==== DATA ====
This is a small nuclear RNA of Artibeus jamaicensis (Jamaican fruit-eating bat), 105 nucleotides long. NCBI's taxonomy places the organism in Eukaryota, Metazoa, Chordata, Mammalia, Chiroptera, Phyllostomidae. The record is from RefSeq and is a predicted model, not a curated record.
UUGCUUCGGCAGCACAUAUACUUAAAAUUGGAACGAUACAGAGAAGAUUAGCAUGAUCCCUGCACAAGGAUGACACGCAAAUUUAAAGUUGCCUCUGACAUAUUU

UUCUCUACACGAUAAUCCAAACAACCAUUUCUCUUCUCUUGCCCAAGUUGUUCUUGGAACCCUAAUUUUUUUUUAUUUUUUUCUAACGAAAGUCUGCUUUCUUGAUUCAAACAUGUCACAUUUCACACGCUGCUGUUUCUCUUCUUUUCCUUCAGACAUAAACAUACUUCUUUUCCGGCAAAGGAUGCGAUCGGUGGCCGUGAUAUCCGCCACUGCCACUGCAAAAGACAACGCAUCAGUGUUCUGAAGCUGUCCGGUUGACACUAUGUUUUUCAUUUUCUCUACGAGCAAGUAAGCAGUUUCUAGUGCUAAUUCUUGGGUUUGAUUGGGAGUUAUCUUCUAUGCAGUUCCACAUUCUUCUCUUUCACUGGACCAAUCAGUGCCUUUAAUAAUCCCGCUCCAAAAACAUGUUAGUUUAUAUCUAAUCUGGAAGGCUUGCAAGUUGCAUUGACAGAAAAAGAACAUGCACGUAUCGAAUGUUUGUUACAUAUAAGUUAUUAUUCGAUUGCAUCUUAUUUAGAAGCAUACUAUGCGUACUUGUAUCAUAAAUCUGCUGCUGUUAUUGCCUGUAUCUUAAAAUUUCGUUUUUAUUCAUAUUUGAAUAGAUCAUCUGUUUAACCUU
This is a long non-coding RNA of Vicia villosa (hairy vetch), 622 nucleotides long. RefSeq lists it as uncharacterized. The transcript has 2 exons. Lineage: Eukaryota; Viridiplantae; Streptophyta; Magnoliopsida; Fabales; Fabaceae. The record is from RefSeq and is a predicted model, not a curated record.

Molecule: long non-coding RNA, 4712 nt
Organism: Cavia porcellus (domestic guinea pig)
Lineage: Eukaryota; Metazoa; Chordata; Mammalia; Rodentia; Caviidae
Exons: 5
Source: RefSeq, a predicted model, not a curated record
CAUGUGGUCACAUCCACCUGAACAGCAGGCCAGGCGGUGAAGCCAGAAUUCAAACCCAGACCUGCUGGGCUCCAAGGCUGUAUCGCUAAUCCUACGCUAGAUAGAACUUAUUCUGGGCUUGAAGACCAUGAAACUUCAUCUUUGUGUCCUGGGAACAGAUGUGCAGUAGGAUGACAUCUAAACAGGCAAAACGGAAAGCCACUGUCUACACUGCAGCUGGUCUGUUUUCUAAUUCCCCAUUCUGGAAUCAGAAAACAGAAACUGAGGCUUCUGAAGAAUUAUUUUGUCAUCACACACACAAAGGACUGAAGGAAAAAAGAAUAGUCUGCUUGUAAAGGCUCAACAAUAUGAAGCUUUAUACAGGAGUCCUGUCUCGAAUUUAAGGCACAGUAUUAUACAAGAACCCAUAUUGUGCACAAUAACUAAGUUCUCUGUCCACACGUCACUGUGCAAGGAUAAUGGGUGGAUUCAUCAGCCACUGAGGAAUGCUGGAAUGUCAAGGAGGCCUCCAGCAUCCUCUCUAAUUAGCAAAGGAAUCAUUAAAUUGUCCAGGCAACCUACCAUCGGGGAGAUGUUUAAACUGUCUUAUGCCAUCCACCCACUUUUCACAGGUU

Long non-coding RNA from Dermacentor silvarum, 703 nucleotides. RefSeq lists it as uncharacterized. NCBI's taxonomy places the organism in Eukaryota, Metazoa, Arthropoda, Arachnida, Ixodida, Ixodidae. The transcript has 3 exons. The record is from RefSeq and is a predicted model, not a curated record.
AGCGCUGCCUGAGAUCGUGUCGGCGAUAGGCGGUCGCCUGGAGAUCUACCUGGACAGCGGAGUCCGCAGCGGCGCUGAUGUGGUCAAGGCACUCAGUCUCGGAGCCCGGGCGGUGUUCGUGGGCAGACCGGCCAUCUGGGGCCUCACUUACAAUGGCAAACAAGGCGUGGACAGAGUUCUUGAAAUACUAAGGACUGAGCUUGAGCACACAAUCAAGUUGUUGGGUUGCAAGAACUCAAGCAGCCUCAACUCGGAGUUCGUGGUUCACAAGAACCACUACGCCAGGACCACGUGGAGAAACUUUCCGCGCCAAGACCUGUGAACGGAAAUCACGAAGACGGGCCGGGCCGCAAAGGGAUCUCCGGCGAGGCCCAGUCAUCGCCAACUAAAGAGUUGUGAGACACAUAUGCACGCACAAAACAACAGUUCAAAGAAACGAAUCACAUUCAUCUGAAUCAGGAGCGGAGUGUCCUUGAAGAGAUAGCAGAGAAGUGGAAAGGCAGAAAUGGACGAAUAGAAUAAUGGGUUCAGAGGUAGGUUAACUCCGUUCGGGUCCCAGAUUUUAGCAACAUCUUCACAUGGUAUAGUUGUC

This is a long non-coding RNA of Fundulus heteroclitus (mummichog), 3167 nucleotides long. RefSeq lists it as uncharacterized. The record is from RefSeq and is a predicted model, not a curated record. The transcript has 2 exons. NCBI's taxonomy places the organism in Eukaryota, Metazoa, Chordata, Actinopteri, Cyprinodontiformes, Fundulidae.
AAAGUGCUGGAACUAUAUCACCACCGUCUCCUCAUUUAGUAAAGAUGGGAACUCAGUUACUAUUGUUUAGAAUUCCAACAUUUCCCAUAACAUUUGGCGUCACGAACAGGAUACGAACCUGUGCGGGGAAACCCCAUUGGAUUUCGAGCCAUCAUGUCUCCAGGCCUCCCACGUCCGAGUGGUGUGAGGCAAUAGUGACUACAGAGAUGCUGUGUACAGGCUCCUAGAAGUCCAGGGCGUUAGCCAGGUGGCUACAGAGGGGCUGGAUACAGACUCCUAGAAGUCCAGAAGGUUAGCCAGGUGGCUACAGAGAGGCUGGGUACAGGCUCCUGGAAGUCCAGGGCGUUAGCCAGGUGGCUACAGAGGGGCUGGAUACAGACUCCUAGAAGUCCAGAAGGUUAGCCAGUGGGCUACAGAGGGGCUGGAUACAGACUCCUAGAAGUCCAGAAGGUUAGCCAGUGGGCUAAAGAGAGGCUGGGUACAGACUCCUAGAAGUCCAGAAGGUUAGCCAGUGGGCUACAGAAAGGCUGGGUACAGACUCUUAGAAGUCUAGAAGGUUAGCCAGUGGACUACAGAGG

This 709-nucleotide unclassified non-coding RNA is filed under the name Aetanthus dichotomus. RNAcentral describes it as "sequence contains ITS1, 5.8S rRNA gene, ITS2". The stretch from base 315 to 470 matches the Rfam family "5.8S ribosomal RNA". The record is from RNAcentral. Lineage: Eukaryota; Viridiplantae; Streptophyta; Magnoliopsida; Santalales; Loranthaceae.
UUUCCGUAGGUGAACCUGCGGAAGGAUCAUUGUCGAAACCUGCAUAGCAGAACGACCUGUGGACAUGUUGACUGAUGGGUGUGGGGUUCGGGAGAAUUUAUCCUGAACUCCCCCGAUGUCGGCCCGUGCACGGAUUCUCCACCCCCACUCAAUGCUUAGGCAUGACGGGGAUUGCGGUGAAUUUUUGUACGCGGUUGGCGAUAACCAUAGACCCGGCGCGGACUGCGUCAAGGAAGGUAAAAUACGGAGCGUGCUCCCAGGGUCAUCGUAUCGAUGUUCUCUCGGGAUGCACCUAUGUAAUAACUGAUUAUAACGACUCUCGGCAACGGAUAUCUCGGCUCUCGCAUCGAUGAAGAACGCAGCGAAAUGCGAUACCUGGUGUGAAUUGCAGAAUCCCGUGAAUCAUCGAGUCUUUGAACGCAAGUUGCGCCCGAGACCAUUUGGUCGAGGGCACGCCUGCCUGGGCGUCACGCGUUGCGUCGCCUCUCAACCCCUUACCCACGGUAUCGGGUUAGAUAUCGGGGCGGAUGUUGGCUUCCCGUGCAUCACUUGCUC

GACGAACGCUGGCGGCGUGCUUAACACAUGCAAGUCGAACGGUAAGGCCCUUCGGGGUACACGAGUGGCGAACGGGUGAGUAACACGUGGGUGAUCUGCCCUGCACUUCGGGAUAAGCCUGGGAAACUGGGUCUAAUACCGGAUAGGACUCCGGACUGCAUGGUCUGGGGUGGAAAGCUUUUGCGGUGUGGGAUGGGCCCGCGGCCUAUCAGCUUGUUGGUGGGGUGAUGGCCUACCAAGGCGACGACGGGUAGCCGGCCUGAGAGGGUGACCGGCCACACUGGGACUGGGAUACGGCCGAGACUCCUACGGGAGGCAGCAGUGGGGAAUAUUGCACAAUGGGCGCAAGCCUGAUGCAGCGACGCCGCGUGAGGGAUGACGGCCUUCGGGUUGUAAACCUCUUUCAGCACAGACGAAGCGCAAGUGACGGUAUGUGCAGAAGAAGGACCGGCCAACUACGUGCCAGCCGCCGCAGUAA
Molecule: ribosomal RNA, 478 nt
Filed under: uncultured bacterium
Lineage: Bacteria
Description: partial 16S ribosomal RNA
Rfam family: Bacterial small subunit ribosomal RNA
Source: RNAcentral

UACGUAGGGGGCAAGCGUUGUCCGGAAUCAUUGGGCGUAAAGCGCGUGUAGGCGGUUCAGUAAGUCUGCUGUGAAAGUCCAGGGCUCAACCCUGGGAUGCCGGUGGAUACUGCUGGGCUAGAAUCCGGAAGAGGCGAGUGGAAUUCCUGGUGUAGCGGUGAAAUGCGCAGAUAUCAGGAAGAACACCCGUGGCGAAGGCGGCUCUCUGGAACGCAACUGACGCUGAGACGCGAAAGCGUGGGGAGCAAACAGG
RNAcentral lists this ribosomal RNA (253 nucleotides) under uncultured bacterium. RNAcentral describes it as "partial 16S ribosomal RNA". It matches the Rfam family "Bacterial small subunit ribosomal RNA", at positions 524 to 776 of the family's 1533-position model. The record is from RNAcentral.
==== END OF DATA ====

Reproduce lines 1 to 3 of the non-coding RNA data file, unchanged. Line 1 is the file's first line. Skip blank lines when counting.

This is a small nuclear RNA of Artibeus jamaicensis (Jamaican fruit-eating bat), 105 nucleotides long. NCBI's taxonomy places the organism in Eukaryota, Metazoa, Chordata, Mammalia, Chiroptera, Phyllostomidae. The record is from RefSeq and is a predicted model, not a curated record.
UUGCUUCGGCAGCACAUAUACUUAAAAUUGGAACGAUACAGAGAAGAUUAGCAUGAUCCCUGCACAAGGAUGACACGCAAAUUUAAAGUUGCCUCUGACAUAUUU

UUCUCUACACGAUAAUCCAAACAACCAUUUCUCUUCUCUUGCCCAAGUUGUUCUUGGAACCCUAAUUUUUUUUUAUUUUUUUCUAACGAAAGUCUGCUUUCUUGAUUCAAACAUGUCACAUUUCACACGCUGCUGUUUCUCUUCUUUUCCUUCAGACAUAAACAUACUUCUUUUCCGGCAAAGGAUGCGAUCGGUGGCCGUGAUAUCCGCCACUGCCACUGCAAAAGACAACGCAUCAGUGUUCUGAAGCUGUCCGGUUGACACUAUGUUUUUCAUUUUCUCUACGAGCAAGUAAGCAGUUUCUAGUGCUAAUUCUUGGGUUUGAUUGGGAGUUAUCUUCUAUGCAGUUCCACAUUCUUCUCUUUCACUGGACCAAUCAGUGCCUUUAAUAAUCCCGCUCCAAAAACAUGUUAGUUUAUAUCUAAUCUGGAAGGCUUGCAAGUUGCAUUGACAGAAAAAGAACAUGCACGUAUCGAAUGUUUGUUACAUAUAAGUUAUUAUUCGAUUGCAUCUUAUUUAGAAGCAUACUAUGCGUACUUGUAUCAUAAAUCUGCUGCUGUUAUUGCCUGUAUCUUAAAAUUUCGUUUUUAUUCAUAUUUGAAUAGAUCAUCUGUUUAACCUU